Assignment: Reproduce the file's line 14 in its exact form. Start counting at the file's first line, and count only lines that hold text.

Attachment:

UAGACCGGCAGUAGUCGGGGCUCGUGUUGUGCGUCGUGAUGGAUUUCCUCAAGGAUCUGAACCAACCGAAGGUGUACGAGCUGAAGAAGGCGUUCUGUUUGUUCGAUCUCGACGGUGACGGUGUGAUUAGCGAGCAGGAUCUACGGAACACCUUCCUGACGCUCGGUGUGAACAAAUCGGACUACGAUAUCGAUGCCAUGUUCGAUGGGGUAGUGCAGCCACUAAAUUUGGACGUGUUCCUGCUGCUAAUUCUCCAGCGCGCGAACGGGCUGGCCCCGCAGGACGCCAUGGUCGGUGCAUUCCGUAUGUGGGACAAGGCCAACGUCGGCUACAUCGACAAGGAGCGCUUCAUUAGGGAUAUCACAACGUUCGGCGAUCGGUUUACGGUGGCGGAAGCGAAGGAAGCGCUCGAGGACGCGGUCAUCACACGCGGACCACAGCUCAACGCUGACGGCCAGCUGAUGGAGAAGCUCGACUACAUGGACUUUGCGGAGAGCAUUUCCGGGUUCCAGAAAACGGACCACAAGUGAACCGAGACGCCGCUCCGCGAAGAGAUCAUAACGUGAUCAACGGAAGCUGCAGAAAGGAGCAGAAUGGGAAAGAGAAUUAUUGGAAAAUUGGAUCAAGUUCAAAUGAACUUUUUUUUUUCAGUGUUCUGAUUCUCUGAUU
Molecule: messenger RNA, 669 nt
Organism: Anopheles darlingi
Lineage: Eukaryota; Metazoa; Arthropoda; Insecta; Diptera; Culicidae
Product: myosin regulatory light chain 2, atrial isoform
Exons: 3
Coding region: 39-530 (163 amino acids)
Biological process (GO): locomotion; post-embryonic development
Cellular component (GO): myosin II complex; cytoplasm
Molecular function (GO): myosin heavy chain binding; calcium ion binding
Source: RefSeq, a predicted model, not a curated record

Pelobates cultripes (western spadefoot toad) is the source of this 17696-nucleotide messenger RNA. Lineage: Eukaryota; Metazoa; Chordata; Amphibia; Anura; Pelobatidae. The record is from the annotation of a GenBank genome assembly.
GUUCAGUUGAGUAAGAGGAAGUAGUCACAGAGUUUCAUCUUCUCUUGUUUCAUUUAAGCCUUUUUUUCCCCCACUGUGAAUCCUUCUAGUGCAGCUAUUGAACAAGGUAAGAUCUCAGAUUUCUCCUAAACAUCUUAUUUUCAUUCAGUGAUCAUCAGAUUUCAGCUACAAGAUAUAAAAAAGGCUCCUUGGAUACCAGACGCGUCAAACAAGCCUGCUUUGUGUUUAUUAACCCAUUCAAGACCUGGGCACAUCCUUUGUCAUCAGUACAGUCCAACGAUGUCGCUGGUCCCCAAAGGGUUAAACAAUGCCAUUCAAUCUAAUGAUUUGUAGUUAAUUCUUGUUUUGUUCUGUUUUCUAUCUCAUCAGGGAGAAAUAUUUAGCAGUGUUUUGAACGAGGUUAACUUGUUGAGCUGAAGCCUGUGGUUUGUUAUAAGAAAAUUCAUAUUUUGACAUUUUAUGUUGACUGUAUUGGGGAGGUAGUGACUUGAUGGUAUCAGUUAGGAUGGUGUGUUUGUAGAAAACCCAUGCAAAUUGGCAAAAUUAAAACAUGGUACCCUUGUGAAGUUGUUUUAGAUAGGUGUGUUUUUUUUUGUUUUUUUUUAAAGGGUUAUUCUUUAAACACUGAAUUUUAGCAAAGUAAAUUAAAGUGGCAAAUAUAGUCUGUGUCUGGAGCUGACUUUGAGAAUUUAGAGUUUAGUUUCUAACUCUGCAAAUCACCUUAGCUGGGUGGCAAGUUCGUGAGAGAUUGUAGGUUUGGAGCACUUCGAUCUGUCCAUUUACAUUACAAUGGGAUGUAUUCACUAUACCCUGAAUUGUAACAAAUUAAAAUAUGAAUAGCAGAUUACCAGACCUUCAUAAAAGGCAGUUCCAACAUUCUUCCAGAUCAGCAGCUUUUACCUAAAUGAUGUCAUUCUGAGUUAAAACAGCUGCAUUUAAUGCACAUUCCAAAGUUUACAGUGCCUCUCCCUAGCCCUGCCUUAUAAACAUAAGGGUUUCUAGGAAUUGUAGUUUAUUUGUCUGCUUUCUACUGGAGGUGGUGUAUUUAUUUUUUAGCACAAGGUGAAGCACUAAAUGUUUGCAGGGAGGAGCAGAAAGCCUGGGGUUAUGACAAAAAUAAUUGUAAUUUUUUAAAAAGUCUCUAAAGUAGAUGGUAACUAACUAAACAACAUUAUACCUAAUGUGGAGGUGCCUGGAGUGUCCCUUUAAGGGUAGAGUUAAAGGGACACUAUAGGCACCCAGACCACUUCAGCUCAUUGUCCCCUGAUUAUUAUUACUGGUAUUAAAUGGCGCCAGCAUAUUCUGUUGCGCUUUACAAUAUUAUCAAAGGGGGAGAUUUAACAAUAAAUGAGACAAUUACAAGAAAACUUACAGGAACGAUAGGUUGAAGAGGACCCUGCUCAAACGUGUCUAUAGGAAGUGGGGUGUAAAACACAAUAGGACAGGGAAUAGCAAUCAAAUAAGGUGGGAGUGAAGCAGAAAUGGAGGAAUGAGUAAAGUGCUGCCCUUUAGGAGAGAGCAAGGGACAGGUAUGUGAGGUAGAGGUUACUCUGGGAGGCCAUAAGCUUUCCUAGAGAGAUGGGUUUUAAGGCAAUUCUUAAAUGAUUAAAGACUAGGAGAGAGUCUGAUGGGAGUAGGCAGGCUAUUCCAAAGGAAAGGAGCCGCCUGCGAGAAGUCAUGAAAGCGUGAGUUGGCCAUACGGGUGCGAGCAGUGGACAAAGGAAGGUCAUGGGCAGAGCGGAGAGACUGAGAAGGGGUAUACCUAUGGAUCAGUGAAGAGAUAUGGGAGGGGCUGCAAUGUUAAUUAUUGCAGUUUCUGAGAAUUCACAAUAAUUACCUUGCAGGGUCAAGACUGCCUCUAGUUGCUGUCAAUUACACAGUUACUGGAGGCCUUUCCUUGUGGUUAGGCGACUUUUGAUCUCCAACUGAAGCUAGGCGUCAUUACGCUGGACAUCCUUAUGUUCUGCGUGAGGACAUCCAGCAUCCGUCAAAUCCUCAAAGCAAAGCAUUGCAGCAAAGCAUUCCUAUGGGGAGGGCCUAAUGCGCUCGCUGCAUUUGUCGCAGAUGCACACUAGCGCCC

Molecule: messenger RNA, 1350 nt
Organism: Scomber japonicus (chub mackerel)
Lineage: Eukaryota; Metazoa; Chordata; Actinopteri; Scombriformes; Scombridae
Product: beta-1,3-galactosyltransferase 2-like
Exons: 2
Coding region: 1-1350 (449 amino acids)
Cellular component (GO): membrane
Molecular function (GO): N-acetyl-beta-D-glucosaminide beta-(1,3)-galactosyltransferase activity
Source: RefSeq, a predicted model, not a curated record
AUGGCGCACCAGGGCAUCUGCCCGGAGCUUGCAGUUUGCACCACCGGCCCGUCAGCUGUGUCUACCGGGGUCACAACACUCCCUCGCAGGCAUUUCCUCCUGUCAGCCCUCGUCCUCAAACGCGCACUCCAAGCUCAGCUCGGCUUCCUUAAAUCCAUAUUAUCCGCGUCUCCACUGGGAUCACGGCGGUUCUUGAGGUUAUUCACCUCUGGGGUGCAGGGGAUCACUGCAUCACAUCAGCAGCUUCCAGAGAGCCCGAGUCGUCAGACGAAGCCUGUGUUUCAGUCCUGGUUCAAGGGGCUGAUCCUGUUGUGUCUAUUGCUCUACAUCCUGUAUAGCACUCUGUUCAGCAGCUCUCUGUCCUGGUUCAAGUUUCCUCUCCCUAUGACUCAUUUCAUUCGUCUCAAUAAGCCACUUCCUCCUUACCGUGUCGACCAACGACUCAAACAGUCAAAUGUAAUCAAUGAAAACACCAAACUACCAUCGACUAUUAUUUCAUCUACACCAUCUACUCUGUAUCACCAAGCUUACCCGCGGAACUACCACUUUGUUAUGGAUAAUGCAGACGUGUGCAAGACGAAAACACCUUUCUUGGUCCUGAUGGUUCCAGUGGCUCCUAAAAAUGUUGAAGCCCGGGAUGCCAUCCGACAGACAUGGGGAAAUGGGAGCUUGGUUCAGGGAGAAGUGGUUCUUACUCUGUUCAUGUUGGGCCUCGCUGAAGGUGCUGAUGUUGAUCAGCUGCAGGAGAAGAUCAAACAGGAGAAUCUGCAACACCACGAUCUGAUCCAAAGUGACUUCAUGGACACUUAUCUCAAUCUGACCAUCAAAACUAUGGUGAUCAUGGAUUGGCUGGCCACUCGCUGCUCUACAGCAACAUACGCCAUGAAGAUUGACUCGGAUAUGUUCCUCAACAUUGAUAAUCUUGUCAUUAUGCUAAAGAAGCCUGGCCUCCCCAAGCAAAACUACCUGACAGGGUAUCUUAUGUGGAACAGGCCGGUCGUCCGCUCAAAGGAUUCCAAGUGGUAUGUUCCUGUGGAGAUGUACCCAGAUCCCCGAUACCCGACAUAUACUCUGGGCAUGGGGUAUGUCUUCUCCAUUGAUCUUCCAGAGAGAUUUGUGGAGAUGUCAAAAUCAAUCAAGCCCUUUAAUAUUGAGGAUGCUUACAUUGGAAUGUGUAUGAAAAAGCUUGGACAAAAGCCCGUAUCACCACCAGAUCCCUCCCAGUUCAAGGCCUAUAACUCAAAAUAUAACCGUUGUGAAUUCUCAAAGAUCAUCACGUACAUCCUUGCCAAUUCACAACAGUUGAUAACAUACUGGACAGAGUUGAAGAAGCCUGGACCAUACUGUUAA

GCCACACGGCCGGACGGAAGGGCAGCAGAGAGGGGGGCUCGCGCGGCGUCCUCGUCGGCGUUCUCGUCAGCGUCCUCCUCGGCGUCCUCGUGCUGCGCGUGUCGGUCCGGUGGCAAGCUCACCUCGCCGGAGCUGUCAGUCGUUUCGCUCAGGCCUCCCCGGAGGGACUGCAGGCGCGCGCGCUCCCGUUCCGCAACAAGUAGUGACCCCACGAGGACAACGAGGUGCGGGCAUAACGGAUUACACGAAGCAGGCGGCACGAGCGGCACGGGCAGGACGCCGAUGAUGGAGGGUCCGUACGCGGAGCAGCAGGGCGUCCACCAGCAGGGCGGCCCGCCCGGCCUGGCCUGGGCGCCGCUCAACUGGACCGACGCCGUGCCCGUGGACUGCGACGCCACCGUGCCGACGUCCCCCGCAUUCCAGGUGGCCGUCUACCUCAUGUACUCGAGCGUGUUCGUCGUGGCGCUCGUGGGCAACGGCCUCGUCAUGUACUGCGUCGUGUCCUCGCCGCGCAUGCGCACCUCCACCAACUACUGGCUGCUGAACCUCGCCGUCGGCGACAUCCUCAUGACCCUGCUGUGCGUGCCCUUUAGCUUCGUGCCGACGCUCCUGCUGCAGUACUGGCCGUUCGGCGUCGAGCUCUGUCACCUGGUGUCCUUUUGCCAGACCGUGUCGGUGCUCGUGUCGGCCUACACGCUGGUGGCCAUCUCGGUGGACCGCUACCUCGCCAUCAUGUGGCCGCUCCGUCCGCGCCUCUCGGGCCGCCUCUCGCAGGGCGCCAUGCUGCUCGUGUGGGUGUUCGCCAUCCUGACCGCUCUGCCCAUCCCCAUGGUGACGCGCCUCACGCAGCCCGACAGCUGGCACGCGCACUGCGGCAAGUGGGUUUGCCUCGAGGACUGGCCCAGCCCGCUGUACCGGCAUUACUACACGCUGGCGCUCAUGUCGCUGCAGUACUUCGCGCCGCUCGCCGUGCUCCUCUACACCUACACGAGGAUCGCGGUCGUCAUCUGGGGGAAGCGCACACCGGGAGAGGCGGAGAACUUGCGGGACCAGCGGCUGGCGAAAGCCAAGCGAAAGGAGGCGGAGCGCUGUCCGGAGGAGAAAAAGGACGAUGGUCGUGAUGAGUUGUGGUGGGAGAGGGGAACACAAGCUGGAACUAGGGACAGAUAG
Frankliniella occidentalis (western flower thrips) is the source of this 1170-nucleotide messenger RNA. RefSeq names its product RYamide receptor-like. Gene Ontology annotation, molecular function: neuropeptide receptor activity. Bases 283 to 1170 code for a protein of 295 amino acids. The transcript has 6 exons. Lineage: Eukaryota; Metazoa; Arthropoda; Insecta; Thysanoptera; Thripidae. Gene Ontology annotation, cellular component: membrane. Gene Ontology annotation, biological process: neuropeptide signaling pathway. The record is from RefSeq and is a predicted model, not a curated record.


Molecule: messenger RNA, 1350 nt